Updated: Jun 06, 2018
Author: Aaron Z Hoover, MD, FAAD; Chief Editor: Dirk M Elston, MD 



Orf, also known as ecthyma contagiosum, contagious pustular dermatitis, infectious labial dermatitis, scabby mouth, or sore mouth, is a viral disease first described in humans in 1934 by Newson and Cross.[1] It is endemic in sheep and goat herds worldwide but can be found in other ruminants. It causes skin lesions on lips, muzzle, ears, eyelids, nostrils, and, less commonly in genitalia, udders, and feet of infected animals.[2] Orf is transmitted to humans through direct contact with an infected animal or, less commonly, contaminated fomites. Although extremely rare, human-to-human transmission has been reported. Lesions occur most commonly on the hands. Orf is frequently seen in ranching communities[3, 4] and in those who process the animals for consumption. It typically has a self-limited course with spontaneous resolution in 4-8 weeks after progressing through distinct stages. A typical clinical presentation of a reddish weeping nodule of orf located on the thumb is shown in the image below.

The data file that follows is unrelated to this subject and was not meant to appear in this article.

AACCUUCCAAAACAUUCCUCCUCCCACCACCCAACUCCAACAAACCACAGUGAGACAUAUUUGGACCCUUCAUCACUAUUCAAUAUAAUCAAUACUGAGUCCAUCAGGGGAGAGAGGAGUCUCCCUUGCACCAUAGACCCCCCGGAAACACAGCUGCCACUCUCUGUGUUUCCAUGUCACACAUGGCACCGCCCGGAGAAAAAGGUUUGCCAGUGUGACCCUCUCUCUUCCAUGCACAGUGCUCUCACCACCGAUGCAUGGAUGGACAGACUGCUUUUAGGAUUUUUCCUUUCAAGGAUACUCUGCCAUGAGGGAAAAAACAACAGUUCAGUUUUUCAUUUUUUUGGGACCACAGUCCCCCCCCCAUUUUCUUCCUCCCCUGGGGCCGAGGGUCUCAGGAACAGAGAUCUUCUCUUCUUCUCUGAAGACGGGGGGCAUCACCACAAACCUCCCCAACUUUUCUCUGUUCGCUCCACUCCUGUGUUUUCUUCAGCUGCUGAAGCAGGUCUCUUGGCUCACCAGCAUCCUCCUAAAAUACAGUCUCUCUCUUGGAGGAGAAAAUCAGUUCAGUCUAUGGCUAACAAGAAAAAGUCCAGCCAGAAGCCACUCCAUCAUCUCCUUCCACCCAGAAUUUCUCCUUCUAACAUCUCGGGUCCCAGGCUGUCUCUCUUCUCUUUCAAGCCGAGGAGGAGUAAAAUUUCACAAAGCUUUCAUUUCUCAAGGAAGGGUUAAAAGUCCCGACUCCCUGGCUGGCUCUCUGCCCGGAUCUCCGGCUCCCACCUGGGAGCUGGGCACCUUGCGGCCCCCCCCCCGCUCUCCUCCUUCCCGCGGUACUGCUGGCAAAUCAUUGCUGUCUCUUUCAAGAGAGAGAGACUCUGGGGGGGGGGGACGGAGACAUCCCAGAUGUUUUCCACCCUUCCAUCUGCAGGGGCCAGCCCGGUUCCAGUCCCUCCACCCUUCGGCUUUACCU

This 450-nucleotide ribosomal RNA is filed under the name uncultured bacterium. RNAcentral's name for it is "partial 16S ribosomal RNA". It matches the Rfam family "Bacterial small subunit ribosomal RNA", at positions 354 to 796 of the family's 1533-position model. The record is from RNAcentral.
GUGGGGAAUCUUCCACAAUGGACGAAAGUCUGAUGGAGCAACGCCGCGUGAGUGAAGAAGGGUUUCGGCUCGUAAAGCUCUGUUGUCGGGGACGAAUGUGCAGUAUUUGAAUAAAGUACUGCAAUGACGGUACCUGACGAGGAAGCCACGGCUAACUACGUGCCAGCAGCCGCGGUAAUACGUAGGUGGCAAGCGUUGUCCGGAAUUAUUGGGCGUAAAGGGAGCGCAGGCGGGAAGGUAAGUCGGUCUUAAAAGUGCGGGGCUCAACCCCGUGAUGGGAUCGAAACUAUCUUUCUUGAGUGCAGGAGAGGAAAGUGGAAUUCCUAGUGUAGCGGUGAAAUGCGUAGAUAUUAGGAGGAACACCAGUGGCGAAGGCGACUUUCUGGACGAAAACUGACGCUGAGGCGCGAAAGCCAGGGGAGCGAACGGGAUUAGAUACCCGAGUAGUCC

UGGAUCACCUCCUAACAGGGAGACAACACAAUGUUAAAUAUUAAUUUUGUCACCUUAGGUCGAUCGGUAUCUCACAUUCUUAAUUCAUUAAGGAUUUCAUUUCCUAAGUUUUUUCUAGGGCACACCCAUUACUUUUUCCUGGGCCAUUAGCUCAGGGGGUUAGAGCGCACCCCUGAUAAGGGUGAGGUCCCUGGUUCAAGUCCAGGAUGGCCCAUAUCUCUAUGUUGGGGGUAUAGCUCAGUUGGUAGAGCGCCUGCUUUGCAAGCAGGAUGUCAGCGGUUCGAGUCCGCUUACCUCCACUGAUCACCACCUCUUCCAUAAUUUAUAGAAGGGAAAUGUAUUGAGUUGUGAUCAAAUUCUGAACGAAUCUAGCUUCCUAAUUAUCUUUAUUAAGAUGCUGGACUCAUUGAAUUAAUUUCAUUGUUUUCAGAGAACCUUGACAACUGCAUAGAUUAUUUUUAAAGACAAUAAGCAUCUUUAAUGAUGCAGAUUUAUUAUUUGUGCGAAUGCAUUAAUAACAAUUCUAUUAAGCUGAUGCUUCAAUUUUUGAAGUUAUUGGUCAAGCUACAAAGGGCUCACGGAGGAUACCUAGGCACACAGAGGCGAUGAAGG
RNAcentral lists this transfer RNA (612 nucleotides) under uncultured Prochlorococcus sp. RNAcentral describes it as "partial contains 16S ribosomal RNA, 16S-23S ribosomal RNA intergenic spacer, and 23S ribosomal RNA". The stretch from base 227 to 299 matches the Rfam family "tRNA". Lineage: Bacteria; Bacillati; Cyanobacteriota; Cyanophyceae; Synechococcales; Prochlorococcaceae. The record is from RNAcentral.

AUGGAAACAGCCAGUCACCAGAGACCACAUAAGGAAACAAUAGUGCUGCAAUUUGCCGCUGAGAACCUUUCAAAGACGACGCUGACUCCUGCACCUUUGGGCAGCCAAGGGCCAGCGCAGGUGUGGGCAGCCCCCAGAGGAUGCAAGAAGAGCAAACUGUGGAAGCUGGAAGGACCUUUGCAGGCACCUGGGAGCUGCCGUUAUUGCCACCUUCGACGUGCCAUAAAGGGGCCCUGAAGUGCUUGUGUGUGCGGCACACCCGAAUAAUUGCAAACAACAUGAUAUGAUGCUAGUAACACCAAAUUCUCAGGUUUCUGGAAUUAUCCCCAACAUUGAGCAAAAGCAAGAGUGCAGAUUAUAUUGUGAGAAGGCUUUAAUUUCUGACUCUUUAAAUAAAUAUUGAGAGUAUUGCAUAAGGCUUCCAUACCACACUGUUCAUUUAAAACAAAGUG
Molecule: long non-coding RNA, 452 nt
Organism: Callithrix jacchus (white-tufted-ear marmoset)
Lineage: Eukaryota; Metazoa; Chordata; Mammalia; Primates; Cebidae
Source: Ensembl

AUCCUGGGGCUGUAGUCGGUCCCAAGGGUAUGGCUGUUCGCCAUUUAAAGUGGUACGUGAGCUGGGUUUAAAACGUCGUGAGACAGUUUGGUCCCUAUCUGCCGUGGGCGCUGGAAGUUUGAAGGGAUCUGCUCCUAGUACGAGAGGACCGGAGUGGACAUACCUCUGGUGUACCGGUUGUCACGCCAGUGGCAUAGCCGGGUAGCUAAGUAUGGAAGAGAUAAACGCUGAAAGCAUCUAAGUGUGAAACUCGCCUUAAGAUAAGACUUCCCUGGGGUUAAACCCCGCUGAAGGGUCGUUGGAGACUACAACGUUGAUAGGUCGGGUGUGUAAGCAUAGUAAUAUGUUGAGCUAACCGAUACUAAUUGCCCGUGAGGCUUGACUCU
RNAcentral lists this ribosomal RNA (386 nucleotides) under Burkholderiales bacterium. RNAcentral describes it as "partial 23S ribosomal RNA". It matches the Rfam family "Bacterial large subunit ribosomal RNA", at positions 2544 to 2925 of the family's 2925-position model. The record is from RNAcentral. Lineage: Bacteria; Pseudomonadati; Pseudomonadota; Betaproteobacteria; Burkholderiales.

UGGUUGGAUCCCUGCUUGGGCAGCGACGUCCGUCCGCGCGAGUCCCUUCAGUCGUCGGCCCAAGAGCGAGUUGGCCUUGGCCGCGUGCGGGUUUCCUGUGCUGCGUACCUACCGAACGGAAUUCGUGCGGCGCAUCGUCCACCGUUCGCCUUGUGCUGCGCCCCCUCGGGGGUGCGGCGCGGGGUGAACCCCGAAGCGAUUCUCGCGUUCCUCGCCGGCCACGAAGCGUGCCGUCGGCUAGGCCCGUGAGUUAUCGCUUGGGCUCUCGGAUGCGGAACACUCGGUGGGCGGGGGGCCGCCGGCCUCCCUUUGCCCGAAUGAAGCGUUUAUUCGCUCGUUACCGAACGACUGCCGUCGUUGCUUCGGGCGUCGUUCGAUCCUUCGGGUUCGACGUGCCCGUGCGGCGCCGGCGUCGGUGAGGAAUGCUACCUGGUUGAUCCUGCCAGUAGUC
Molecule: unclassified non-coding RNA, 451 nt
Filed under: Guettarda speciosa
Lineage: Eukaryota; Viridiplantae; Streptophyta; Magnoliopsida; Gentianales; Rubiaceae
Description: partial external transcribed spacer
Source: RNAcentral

An early lesion of orf (papular stage). An early lesion of orf (papular stage).


Orf is caused by infection with the orf virus that belongs to the Parapoxvirus genus, which also includes the milker's nodule virus.[5] Parapoxvirus is a member of the family Poxviridae, which are double-stranded DNA viruses known to be the largest of all animal viruses.[6]

The orf virus is a cylindrical virus measuring 260 X 160 nm. Its surface tubules form a long crisscross design that is seen on negatively stained preparations by electron microscopy. This virus resists physical damage and persists through the winter months on hedges, feeding troughs, fences, harnesses, and barns.[7] It can remain viable on the wool of animals and on items that remain at room temperature for years.[8, 9]